ASPECTS OF NATURE IN THE AFRICAN SAHARA. A SUMMER JOURNEY.
PROFESSOR ANGELO HEILPRIN
IT was, I believe, Fromentin, the eminent French scholar and art critic, who remarked that the sudden view of the Orient through the gateway of El-Kantara presented the most contrasting picture of life and Nature that was to be found anywhere on the surface of the earth.
THE extreme fluidity of our heterogeneous population is impressed upon us by every phenomenon of social life here in America. We imagine the people of Europe, on the other hand, after scores of generations of stable habitation, to have settled themselves permanently and contentedly into place.
THAT portion of California lying east of the crest of the Sierra Nevada Mountains has had a remarkable geological history. There are many phenomena to be witnessed in that region which possess much interest aside from their purely scientific aspect, and deserve to be better known than they are at present.
IT is a conspicuous fact that within the last two decades of the present century our foremost colleges and universities, with few exceptions, have been providing for the physical training of their students by the erection of gymnasia which in many instances rival the other buildings on the campus in size and cost, and by assigning the direction of the work done in them to some officer supposed to possess special qualifications for his position.
IN 1837 St. Louis was scarcely more than a small frontier town, yet in that year there was organized, through the efforts of two young men of foreign birth, what was perhaps the first society for scientific research established west of the Alleghany Mountains.
IN addition to the review of the celebrated Foreign-held Bond Case (see Popular Science Monthly, vol. lii, No. 3, pages 354— 373), decided by the United States Supreme Court in 1893, it is proposed to call attention here to additional and interesting features of this case which have not been hitherto noticed in this connection.
WERE the founders of the American Republic to return to the scene of their memorable achievements, that which would surprise them most would not be the railroad or telegraph; it would be the change in the principles and practice of government that has taken place since their day.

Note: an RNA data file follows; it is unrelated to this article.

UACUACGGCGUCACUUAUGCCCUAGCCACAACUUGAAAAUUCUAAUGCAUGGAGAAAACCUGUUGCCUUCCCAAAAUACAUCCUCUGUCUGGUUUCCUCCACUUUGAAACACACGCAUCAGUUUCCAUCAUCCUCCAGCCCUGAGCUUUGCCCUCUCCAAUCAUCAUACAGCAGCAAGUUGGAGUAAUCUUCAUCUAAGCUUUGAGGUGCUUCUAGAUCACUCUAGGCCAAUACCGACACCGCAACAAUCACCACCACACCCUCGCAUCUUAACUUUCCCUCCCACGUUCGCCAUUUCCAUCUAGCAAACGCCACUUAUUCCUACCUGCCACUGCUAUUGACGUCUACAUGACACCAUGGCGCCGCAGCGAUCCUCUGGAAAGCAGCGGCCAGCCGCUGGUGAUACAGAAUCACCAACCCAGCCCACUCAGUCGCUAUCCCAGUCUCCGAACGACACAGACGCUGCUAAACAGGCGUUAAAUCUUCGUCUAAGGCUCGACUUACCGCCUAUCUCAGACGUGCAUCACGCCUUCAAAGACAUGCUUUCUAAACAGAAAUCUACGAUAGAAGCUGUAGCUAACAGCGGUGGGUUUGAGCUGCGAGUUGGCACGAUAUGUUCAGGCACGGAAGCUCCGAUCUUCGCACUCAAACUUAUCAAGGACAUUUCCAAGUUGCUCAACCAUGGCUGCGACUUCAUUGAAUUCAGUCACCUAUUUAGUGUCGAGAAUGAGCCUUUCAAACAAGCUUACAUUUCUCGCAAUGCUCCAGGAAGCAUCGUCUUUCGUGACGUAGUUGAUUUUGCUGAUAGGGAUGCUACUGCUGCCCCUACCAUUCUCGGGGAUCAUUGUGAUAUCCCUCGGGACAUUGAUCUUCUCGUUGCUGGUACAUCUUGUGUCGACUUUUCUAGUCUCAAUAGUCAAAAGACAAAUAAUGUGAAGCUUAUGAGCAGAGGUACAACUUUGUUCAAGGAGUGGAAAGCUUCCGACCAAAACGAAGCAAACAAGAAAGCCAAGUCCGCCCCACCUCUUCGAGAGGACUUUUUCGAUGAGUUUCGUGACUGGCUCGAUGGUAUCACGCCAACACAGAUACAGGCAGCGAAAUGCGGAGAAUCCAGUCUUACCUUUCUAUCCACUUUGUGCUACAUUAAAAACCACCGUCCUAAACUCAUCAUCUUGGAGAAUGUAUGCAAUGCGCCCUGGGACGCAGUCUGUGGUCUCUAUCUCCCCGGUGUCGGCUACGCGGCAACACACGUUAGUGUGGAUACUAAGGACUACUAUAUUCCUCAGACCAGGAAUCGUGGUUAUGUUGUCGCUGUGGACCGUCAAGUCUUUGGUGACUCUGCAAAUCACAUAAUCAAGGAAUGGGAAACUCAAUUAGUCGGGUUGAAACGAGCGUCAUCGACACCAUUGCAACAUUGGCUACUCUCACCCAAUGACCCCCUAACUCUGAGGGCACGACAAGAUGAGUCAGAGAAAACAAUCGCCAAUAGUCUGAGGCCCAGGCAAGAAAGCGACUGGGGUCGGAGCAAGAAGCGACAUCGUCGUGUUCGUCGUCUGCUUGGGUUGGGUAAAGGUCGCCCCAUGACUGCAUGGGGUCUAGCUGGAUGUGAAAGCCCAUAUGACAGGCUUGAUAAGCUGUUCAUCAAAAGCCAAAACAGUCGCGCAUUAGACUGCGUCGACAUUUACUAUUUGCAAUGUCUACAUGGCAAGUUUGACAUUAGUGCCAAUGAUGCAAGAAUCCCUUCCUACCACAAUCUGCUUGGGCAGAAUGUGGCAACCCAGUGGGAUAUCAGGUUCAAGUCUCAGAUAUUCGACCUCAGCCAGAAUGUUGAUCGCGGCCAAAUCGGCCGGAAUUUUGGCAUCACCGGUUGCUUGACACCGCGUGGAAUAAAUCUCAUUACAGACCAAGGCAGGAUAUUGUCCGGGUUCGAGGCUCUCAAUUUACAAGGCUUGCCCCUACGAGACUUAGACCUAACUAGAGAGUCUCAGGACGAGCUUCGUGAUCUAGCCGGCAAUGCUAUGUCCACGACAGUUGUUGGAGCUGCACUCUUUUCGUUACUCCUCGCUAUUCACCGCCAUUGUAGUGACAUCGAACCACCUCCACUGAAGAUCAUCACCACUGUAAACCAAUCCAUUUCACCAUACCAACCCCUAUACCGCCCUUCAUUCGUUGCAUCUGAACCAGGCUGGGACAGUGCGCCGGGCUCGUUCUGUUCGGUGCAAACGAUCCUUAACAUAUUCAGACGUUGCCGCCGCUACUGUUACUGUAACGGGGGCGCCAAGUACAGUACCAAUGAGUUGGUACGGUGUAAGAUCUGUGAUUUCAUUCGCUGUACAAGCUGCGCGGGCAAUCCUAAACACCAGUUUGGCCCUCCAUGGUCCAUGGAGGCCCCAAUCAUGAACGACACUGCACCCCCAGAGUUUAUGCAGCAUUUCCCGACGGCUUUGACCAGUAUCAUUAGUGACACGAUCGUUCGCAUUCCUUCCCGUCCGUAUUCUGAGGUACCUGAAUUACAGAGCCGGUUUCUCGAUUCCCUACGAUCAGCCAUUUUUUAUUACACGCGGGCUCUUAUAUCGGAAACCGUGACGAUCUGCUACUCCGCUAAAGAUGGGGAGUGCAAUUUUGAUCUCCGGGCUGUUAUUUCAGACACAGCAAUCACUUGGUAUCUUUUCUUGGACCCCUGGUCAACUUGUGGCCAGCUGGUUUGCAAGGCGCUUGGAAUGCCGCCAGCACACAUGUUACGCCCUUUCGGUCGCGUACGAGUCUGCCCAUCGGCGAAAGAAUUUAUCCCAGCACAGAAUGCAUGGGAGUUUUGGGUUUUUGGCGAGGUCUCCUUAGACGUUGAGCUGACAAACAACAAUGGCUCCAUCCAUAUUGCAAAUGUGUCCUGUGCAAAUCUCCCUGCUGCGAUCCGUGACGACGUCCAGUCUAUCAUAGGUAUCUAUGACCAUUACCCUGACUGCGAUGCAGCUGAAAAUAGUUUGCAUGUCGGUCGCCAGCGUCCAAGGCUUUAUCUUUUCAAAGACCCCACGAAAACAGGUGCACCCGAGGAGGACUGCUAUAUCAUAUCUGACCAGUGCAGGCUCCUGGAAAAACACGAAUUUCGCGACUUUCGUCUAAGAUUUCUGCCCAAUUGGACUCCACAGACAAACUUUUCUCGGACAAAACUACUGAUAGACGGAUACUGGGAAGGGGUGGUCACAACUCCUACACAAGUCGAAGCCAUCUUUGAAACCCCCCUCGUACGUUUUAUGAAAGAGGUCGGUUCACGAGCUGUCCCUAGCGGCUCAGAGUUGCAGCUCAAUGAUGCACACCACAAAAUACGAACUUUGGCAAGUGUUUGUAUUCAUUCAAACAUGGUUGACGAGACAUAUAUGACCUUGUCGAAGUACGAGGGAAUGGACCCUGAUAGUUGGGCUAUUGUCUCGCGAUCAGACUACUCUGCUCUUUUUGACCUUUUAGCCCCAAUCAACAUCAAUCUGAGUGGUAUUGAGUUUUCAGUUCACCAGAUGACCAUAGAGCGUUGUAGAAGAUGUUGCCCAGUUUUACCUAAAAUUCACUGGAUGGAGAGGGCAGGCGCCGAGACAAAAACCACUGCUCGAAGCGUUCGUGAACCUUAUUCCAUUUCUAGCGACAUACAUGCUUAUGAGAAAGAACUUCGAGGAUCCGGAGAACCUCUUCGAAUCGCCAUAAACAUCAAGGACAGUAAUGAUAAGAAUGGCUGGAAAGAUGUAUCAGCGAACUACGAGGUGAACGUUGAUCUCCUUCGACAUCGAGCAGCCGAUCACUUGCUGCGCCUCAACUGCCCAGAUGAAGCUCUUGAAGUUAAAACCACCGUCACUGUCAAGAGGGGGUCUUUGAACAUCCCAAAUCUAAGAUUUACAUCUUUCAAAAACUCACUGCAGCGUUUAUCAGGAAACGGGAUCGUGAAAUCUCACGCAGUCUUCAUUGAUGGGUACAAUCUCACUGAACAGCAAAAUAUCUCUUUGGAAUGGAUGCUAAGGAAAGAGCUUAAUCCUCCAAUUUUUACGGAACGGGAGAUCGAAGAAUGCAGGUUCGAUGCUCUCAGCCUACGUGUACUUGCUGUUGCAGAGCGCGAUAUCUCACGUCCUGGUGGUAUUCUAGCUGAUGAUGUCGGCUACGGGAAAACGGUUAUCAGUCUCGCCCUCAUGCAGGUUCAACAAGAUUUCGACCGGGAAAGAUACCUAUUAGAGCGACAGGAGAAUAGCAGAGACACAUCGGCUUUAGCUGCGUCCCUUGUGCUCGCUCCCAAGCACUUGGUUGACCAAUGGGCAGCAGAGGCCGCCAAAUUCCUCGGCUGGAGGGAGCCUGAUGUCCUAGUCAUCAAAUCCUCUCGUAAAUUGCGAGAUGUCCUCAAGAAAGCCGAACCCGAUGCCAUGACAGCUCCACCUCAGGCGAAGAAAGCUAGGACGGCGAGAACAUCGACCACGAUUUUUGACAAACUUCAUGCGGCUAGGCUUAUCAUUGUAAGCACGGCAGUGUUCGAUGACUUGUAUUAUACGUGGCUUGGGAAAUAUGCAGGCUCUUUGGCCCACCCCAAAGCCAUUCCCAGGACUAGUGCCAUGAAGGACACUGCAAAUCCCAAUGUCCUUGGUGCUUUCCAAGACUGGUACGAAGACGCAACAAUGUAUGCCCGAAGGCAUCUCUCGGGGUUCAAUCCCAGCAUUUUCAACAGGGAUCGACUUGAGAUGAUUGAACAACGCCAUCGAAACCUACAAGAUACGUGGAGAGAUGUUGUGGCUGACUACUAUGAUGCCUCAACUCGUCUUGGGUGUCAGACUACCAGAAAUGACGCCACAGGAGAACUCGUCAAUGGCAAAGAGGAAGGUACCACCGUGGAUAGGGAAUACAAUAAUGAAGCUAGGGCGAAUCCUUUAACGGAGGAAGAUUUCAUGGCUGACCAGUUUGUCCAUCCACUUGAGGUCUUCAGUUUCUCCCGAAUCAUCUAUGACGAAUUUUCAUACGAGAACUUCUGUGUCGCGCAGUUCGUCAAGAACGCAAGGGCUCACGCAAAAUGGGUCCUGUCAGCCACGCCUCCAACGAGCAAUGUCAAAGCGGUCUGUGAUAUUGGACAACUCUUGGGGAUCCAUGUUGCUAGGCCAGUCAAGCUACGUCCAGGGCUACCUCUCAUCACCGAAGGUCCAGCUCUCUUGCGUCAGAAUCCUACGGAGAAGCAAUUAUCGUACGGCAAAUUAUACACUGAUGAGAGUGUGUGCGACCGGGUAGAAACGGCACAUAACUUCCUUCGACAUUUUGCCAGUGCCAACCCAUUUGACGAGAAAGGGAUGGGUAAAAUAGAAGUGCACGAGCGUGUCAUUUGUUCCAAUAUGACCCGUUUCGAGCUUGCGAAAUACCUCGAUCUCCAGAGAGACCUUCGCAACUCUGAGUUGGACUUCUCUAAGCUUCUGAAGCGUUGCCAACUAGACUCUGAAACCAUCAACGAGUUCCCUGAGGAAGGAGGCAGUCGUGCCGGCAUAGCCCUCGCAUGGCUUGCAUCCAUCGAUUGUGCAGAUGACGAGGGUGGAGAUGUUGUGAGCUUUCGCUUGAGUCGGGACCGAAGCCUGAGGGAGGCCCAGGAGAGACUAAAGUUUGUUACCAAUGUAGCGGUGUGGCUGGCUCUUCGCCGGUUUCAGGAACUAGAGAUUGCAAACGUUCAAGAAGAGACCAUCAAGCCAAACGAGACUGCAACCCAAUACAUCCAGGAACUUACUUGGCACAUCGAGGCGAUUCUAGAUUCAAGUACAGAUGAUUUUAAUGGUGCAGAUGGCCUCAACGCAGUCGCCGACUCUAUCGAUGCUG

THE cord markings on American pottery have been usually ascribed mainly to a desire on the part of the aboriginal potter for decoration. While this may in some cases have been the purpose of the application of the fabrics, which are so distinctly seen in the casts made by Mr. Holmes, it has occurred to me that originally the decorative purpose, if there was any, was quite a secondary matter, and that the real object of the net or coarse fabric was to aid construction.
LAPLACE says, in his Exposition du Système du Monde: “ The law of attraction inversely as the square of the distance is that of emanations starting from a center. It appears to be the law of all forces the action of which is perceptible at sensible distances, as we recognize in electrical and magnetic forces.
THE thermometer, the Abbé Nollet writes, came for the first time from the hands of a peasant of North Holland. This peasant, whose name was Drebbel, was not, however, in fact, one of those coarse fellows who know of nothing but field work; he seems to have been of a diligent nature, and had apparently some knowledge of the physics of the time.
THE merits of Lord Lister’s work in the institution of antiseptic and aseptic surgery are recognized as of the very highest value to the human race, and all nations are delighted to do him honor for it. The general feeling is summarized in an English chronicle which says that for it “he is justly regarded as one of the world’s greatest benefactors.”
DEAR SIR : The ordinary reader, having neither the time nor the facilities for verifying much of what he reads, must needs take a great deal for granted. And this habit of childlike confidence applies especially to the numerous quotations he encounters, for he very naturally assumes that no writer of any pretensions and standing can be so utterly lost to all that is fair and honorable as to deliberately misquote and misrepresent a fellow-craftsman and serve him up to undeserved ridicule.
A PROFESSOR of biology in one of our leading universities has lately been discussing the question how far an acceptance of the doctrine of evolution is compatible with religious orthodoxy of the evangelical type. The answer he gives is on the whole comforting to those who desire to recognize new truth without breaking entirely away from old and cherished opinions.
WE know of no man better fitted to deal with the Scientific Aspects of Christian Evidences* than Professor Wright. He is both a man of science and a theologian ; a trusted professor in an orthodox seminary who is at the same time a fearless investigator of the geological record and of the antiquity of man—and even a sturdy advocate of Glacial man.
The Effect of Trade Unions on Individual Advance.—The growth of a country in civilization and wealth depends chiefly on the efforts of its individuals. The great advances in modern science and industry have been made by men a little ahead of their neighbors in clear-sightedness and push.
IT is very curious and almost paradoxical, says M. V. Brandicourt, reviewing in La Nature the underground temperature observations made in excavating the great Alpine tunnels, to find underneath the eternal snows physical conditions like those of tropical regions.